Many large political promises were made by the Trudeau Liberals during the 2015 campaign. Some of them have been ejected appearing to have never been a serious offer, while others have already been implemented with mostly positive results. When they were the #3 party in the House, the Liberals supported Harper's national security overkill called C-51 - The Anti-Terrorism Act 2015. The caveat was if elected to govern, C-51's "problematic elements" would be remedied. Two years later that so-called remedy is working its way through the process.
Bill C-59 - An Act Respecting National Security Matters is that attempted fix. Within seven main parts of the proposed legislation there are three new Acts and changes to five existing Acts. Part 1 creates the National Security & Intelligence Review Committee, something very long overdue in any form in Canada. Part 2 creates the Intelligence Commissioner. Part 3 enshrines an official seperate entity of the Communications Security Establishment (CSE) away from the Ministry of Defense. Part 4 revises and alters powers granted to CSIS under C-51. Part 5 addresses the information sharing free-for-all in the government. Part 6 does little to clarify the No-Fly list issues C-51 brought. Part 7 changes the Criminal Code definitions, charges and penalties as necessary. All in 150 extremely legalese pages.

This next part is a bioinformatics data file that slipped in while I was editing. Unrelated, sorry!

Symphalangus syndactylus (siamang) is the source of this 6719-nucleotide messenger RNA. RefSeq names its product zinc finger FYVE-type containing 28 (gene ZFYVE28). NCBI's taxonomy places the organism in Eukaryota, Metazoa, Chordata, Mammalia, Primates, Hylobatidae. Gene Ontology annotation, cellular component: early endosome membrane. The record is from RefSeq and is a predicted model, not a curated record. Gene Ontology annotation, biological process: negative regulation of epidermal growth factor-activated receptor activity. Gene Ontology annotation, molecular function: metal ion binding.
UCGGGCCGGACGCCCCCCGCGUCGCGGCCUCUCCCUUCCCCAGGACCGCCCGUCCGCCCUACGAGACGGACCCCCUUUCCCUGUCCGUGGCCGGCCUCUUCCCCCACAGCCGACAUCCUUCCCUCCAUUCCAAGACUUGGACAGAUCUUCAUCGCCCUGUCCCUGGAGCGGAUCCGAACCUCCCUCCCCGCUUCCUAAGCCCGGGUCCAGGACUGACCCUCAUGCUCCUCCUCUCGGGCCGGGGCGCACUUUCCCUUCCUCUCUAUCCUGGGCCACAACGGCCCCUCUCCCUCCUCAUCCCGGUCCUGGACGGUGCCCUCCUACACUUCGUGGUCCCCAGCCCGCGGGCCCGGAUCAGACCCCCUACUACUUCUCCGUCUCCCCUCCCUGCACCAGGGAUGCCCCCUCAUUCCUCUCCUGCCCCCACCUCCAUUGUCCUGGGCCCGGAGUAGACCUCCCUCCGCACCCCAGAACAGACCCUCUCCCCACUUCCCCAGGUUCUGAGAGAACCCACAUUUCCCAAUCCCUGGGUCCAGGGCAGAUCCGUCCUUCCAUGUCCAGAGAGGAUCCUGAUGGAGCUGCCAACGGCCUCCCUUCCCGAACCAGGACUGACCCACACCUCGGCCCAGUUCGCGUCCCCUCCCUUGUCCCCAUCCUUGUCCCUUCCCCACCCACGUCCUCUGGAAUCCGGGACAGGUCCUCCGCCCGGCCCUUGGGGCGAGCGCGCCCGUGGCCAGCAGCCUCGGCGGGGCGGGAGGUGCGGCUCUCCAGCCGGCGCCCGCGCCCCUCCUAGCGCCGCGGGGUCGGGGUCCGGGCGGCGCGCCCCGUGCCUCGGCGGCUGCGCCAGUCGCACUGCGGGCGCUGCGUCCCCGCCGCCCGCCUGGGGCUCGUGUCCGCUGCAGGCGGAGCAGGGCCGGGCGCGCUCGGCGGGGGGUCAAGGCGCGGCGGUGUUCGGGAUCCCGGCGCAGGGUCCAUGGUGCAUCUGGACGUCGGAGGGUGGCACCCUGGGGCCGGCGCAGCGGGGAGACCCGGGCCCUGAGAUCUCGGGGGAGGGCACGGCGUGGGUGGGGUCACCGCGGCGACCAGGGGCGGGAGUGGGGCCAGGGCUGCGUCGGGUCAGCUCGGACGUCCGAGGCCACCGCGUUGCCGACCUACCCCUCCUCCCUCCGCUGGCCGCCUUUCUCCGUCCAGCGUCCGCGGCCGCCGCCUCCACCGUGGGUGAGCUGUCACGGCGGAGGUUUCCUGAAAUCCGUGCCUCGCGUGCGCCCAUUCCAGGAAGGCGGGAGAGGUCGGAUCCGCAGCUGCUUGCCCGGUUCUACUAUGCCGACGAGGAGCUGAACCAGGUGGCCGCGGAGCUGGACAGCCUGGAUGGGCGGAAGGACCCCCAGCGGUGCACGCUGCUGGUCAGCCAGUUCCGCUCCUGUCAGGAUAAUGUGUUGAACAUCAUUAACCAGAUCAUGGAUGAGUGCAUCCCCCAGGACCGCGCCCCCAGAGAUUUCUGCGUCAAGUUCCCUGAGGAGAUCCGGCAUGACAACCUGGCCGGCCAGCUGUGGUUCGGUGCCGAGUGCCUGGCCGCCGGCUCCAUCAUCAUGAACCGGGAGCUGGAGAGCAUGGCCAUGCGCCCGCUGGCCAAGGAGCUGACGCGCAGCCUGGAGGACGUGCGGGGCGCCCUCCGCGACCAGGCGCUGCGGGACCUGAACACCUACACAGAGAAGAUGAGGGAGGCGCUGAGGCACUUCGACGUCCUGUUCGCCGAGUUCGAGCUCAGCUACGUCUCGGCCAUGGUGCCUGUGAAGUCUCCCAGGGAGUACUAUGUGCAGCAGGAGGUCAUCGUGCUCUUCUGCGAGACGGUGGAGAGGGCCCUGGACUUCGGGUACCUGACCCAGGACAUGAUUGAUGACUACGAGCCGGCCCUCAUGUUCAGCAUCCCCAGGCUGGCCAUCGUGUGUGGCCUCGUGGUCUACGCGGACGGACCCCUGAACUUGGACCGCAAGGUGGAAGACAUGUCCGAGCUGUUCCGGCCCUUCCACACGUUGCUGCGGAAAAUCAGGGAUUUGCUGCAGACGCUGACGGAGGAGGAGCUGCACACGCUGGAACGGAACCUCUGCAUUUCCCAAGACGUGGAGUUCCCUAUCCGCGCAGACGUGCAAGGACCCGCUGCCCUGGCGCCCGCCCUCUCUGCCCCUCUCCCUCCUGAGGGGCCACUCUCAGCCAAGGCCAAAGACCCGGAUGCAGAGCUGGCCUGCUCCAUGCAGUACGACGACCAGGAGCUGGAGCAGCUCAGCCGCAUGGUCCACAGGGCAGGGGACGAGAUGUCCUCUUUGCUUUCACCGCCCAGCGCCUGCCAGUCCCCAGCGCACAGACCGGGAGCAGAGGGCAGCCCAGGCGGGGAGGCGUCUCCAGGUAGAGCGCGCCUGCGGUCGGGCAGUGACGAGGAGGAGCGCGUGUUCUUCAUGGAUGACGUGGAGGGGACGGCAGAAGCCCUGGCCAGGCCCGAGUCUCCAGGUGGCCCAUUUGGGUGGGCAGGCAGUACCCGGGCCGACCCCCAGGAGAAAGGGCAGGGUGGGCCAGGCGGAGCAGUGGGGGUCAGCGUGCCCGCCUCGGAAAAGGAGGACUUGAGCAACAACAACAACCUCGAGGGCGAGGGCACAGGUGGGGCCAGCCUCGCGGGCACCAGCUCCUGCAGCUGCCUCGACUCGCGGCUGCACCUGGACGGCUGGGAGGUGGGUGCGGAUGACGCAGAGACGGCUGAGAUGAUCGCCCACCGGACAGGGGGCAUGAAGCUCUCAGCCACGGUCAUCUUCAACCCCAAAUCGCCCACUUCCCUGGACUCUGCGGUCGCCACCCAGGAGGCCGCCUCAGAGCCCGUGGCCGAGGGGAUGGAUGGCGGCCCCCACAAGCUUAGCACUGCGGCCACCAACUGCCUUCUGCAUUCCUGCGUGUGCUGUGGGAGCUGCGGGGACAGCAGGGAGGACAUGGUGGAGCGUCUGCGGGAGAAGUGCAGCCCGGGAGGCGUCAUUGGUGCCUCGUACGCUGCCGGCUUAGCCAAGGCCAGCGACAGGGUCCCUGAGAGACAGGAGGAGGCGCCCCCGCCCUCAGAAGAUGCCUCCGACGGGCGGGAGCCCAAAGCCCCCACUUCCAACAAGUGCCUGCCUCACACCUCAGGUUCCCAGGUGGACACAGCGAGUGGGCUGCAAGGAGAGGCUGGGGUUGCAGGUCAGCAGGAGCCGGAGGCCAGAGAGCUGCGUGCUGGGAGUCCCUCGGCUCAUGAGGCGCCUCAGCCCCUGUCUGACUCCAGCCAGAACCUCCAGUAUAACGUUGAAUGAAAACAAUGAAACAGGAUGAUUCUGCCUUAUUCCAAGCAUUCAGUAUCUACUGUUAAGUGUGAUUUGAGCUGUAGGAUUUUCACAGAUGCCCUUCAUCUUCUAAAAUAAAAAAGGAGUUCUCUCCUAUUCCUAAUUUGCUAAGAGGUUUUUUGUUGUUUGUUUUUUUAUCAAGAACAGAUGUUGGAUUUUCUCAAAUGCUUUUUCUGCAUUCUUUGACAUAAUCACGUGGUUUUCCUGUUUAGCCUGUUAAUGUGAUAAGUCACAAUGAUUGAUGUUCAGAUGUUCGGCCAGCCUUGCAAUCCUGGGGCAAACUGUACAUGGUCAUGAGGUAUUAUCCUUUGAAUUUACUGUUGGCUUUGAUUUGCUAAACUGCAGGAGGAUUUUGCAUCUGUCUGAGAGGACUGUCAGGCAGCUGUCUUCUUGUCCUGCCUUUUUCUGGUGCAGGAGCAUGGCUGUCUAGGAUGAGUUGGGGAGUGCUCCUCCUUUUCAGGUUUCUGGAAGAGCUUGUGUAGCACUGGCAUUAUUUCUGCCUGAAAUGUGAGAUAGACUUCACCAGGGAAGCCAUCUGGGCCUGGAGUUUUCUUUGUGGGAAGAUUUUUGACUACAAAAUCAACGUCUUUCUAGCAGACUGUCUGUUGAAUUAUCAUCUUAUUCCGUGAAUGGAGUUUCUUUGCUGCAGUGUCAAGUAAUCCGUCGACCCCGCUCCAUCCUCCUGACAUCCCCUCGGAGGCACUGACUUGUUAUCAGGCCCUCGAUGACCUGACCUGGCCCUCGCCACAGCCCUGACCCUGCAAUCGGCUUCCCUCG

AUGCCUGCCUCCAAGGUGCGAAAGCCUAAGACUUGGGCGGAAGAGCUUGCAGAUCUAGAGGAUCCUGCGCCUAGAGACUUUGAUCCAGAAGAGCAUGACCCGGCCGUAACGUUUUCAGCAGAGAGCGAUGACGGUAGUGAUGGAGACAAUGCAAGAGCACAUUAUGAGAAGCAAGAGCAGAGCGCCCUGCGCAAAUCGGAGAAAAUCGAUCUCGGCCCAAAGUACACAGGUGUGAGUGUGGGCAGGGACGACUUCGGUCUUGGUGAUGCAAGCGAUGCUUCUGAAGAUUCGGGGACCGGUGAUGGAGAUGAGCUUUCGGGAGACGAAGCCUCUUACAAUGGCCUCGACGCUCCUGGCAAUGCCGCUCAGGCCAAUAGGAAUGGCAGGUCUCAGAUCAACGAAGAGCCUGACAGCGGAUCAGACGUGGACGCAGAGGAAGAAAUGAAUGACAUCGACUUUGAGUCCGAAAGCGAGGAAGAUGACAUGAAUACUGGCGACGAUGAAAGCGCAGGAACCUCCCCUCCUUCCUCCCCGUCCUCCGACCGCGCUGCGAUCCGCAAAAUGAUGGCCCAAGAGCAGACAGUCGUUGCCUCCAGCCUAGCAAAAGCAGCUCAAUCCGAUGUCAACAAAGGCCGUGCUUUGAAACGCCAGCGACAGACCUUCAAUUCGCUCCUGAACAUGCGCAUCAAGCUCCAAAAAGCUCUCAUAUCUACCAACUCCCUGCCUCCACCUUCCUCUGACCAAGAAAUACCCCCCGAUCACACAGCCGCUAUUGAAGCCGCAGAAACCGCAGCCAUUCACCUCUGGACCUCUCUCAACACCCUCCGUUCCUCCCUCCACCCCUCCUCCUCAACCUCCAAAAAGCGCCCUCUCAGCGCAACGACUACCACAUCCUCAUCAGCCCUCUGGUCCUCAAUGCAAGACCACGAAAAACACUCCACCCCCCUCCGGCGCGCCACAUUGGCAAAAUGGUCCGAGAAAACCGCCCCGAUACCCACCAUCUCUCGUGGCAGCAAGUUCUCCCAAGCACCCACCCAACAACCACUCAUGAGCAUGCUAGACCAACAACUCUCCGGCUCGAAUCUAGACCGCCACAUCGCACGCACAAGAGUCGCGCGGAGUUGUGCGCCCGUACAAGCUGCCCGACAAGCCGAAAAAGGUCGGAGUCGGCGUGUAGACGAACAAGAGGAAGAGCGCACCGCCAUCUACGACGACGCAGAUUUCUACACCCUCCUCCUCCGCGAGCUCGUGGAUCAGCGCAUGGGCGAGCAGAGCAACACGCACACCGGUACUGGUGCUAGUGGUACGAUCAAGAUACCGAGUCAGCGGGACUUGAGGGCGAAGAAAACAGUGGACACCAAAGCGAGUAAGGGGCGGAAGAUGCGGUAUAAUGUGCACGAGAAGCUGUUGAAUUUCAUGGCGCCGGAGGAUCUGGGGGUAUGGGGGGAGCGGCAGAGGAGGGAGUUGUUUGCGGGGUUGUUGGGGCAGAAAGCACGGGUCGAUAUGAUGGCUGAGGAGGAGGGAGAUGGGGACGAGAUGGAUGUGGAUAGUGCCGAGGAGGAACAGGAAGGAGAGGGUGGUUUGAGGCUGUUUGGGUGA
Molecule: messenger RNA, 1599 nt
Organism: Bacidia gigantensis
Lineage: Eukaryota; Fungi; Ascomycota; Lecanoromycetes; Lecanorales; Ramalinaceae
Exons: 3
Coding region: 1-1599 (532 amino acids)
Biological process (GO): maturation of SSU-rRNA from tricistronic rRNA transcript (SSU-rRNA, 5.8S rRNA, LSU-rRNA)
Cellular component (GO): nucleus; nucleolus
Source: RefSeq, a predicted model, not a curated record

The International Civil Liberties Monitoring Group has been at the forefront explaining, presenting and warning as necessary about all things Charter related to Canadians since the aftermath of 9/11. Tim McSorley, national co-ordinator for ICLMG returns to The View Up Here to explain Bill C-59. What it does, what it doesn't, what it fixes, what it hurts. If you want to hang in FVEY, you have to meet the minimums for better or worse.